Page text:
So maybe I should’ve expected last summer’s mural. Maybe it was just one more note in a half-century praise song to him. Maybe it isn’t that remarkable after all.
But I don’t think that’s right. Or, rather, what I mean to say is that if visions and celebrations of Hampton never truly faded, ours is an especially important moment to consider him anew—and by “our moment” I mean not just the months since May of last year, but rather the years since the first invocation of #BlackLivesMatter in July 2013 and the August 2014 Ferguson uprising after the murder of Michael Brown, Jr.
So many of the oppressive structures that govern modern American society are extensions or exacerbations of ones that Hampton and his comrades in the late-1960s liberation struggles were battling against. That alone makes his life worth considering now. A few weeks before his murder, Hampton succinctly identified what he considered the primary trio of oppressors in the United States: “The only thing that’s gonna change our set of arrangements is what’s gotten us into this set of arrangements. And that’s the oppressor. And it’s on three stages, we call it the three-in-one: avaricious, greedy businessmen; demagogic, lyin’ politicians; and racist, pig fascist, reactionary cops.” In this framing, shaped by a Marxist reading of the world and the revolutionary struggle to remake it, the most important oppressive forces at work were the drivers of the capitalist system, the political class that supported it at all costs, and the police who were its frontline enforcers.
Hampton pushed people to dream, live, and fight for a world lived beyond capitalism.
If this all sounds familiar, it should. Hampton was not a “class-reductionist” thinker, as the community-organizing, -building, -supporting, and -life-affirming he did specifically within Black Chicago demonstrate. He was acutely, personally aware of the ways that anti-Blackness visited unique harm upon his community, and he dedicated much of his time to confronting and eradicating that harm. All the same, he was profoundly attuned to the fact that it would be hard for most of us to truly be free under capitalism. And so in a nation stricken by expressions of white supremacy, new ones and old ones alike, there is much to learn from Hampton’s insistences on multiracial solidarity and assertions that the struggle was, first and foremost, a class one. In an era of evermore aggressive neoliberal austerity, it’s worth reflecting upon the Panthers’ survival programs and understanding them as forerunners for mutual aid efforts of our own time. Living in a country that boasts of being the global leader in incarcerating its own citizens—a disastrous punishment regime irretrievably shaped by racism and downward-directed class warfare—urges us to better reckon with the Panthers’ arguments about the interconnections between poverty, politics, and punishment from fifty years ago.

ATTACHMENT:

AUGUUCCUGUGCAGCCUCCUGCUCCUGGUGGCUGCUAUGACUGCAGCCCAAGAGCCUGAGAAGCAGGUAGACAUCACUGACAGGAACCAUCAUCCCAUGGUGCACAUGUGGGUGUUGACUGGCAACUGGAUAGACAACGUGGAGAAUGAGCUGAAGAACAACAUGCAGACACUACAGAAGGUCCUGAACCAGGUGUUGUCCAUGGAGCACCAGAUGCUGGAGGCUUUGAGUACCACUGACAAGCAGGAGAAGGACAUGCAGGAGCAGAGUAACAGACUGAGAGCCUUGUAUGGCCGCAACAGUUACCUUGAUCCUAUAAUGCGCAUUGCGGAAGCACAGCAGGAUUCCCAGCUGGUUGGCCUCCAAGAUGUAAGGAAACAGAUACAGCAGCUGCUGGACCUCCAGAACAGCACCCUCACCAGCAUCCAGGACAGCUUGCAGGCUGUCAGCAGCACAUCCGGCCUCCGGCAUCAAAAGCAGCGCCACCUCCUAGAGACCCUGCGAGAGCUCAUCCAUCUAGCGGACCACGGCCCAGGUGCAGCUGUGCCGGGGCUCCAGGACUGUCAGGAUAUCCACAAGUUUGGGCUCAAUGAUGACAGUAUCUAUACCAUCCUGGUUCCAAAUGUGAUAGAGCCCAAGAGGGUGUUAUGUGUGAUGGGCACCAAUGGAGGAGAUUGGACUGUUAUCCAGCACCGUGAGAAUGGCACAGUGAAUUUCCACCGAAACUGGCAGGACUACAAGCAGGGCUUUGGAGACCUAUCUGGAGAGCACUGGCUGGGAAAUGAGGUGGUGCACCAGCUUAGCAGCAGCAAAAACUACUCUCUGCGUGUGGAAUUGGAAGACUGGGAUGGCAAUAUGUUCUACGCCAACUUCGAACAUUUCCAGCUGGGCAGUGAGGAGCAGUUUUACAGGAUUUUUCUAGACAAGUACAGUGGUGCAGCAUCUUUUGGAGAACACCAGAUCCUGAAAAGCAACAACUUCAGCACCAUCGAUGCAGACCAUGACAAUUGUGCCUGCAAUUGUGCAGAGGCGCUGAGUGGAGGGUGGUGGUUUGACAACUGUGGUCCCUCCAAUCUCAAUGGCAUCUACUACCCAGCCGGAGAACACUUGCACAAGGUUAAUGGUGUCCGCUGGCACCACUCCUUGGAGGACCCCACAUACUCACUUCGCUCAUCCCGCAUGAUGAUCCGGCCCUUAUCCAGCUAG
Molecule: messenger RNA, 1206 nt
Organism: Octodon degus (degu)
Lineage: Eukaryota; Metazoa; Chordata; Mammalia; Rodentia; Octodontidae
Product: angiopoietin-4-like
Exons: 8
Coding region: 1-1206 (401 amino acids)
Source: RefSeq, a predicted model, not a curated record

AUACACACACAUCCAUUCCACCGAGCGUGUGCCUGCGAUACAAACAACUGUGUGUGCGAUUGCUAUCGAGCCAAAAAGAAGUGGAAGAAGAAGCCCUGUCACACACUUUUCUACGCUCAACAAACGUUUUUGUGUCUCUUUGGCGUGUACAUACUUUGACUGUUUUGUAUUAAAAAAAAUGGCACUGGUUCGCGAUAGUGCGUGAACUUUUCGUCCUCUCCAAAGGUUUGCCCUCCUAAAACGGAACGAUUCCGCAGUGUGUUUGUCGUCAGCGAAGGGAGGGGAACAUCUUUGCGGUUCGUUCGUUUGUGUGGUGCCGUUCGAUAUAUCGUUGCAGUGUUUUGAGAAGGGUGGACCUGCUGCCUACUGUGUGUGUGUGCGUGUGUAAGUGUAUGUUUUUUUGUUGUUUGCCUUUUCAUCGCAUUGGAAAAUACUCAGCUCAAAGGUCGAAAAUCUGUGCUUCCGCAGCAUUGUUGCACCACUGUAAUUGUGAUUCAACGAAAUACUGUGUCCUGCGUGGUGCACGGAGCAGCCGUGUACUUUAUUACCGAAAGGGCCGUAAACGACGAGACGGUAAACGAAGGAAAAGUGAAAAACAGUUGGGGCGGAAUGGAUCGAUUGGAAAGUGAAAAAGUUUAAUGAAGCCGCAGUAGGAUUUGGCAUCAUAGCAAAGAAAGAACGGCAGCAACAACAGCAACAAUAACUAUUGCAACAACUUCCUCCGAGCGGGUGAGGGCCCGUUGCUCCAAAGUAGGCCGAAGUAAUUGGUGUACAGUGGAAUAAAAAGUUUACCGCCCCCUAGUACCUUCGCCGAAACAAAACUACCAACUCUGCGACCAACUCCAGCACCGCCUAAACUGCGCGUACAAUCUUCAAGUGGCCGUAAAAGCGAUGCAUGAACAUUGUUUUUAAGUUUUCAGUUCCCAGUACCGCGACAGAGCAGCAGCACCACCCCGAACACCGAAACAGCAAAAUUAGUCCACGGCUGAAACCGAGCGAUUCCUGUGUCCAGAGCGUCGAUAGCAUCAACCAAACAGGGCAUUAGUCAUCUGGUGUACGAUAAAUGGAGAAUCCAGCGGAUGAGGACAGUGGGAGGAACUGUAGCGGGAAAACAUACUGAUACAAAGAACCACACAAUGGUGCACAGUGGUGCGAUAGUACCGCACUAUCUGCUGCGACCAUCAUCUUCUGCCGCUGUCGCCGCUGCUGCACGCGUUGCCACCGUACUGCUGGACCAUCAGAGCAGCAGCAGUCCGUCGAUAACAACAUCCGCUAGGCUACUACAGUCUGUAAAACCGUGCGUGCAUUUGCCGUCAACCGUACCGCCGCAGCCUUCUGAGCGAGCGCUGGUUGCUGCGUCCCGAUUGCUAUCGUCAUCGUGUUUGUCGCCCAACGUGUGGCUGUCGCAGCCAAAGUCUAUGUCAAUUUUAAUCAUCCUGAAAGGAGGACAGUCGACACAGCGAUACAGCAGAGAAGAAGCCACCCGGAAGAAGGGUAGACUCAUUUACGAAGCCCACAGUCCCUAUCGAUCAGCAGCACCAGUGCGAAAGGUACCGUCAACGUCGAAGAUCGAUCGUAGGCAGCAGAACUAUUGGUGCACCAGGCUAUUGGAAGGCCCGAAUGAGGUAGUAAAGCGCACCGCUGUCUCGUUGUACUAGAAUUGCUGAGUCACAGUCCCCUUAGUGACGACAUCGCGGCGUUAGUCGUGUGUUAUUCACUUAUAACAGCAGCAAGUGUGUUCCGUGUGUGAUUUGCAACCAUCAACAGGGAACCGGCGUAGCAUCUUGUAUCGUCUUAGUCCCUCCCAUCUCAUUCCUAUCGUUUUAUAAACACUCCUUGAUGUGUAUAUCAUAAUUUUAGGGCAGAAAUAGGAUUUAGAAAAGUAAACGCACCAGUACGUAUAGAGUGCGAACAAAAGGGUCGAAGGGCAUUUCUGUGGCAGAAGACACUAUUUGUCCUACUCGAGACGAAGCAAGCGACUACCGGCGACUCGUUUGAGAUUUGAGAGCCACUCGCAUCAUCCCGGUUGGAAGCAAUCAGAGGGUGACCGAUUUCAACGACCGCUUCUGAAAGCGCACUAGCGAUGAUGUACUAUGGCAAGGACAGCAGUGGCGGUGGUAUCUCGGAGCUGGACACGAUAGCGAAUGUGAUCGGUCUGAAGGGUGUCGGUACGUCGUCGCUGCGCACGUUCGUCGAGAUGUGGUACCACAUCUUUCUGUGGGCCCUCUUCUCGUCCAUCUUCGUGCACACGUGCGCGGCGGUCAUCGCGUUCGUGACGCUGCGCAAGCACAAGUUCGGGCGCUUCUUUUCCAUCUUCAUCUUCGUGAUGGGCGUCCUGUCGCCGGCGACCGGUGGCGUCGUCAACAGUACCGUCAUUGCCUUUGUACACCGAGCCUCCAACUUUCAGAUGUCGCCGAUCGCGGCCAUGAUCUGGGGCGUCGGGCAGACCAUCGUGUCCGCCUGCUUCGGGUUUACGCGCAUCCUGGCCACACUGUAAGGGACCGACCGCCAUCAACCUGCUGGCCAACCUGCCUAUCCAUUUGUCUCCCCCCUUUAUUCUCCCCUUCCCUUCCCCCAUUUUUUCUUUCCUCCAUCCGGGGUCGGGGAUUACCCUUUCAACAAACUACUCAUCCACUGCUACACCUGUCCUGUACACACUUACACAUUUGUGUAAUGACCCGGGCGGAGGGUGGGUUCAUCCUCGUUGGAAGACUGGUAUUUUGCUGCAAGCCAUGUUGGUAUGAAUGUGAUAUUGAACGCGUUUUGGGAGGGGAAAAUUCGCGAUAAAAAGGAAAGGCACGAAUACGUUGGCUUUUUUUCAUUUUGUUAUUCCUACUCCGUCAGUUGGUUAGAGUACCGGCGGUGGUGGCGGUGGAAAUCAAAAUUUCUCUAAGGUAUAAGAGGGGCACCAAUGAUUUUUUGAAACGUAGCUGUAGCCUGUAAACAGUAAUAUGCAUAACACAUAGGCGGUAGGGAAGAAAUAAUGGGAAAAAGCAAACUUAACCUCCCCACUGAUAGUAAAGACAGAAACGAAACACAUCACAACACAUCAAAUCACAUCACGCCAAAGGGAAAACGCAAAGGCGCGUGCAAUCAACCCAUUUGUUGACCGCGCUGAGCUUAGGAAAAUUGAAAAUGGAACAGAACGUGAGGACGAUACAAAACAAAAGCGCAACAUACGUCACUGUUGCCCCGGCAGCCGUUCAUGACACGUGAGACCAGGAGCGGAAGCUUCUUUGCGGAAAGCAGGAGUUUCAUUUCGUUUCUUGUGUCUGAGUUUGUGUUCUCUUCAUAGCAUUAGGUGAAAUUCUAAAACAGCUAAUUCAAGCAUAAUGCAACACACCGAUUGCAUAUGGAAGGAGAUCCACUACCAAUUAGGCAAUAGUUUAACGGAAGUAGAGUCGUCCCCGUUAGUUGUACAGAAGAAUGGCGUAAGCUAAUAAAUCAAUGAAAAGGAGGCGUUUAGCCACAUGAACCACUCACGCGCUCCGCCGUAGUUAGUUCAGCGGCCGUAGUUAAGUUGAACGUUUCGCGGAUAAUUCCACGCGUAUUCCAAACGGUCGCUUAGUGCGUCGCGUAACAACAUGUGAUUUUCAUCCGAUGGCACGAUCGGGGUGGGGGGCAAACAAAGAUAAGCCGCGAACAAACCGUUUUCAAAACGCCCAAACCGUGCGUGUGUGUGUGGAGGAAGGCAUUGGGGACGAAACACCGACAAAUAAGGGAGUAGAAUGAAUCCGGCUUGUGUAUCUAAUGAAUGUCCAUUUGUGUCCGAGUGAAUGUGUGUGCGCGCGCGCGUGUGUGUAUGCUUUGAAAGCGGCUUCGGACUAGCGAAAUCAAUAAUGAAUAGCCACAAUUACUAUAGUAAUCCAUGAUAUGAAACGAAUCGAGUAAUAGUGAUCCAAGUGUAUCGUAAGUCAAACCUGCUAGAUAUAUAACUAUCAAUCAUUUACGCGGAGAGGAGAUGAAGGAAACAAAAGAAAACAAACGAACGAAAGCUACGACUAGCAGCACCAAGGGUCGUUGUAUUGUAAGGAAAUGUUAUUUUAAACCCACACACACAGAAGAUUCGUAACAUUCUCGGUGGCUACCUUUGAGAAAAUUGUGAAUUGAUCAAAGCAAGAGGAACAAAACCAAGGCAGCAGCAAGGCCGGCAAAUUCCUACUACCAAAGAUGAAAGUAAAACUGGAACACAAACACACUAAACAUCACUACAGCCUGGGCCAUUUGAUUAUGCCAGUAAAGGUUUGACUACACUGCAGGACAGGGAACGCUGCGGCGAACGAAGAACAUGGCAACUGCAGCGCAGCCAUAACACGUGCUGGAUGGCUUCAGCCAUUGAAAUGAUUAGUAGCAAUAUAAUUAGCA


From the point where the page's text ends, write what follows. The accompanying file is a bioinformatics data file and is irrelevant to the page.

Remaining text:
In other words, there might be precious few times better suited than now to reflect on the anti-fascist, anti-capitalist, anti-racist, and abolitionist politics of Fred Hampton, who presented us with a vision of a better world and demanded that people fight for it.
Fear of a Black Marxist
Whereas King had warned of the perilous and quite possibly fruitless goal of “integrating into [the] burning house” that was the United States, Hampton analogized the nation not to a house aflame but to an infected body. Using the language of contagion, he described the United States as a “sick society,” and once said that anybody who endorsed “integrating into this sick society before it’s cleaned up is a man who’s committing a crime against the people.”
The maladies were multiple, but perhaps none struck Hampton more than the toxin of capitalism. By 1969 an avowed Marxist-Leninist like his colleagues elsewhere in the Panthers, he emerged as one of the party’s most adept articulators of the fact that capitalism did not happen alongside widespread poverty in America but was the force that caused it. At a time in which the gospel of “Black capitalism” was ascendant—including from within the Nixon White House, which preached Black capitalism as a mechanism for elevating African Americans into the middle classes, even if in shamefully small numbers—Hampton discarded the very logic thereof. “We have to understand very clearly,” he told one audience, “that there’s a man in our community called a capitalist. Sometimes he’s Black and sometimes he’s white.” Describing said capitalists as “anybody who comes into the community to make profit off the people by exploiting them,” he called for their expulsion from the community.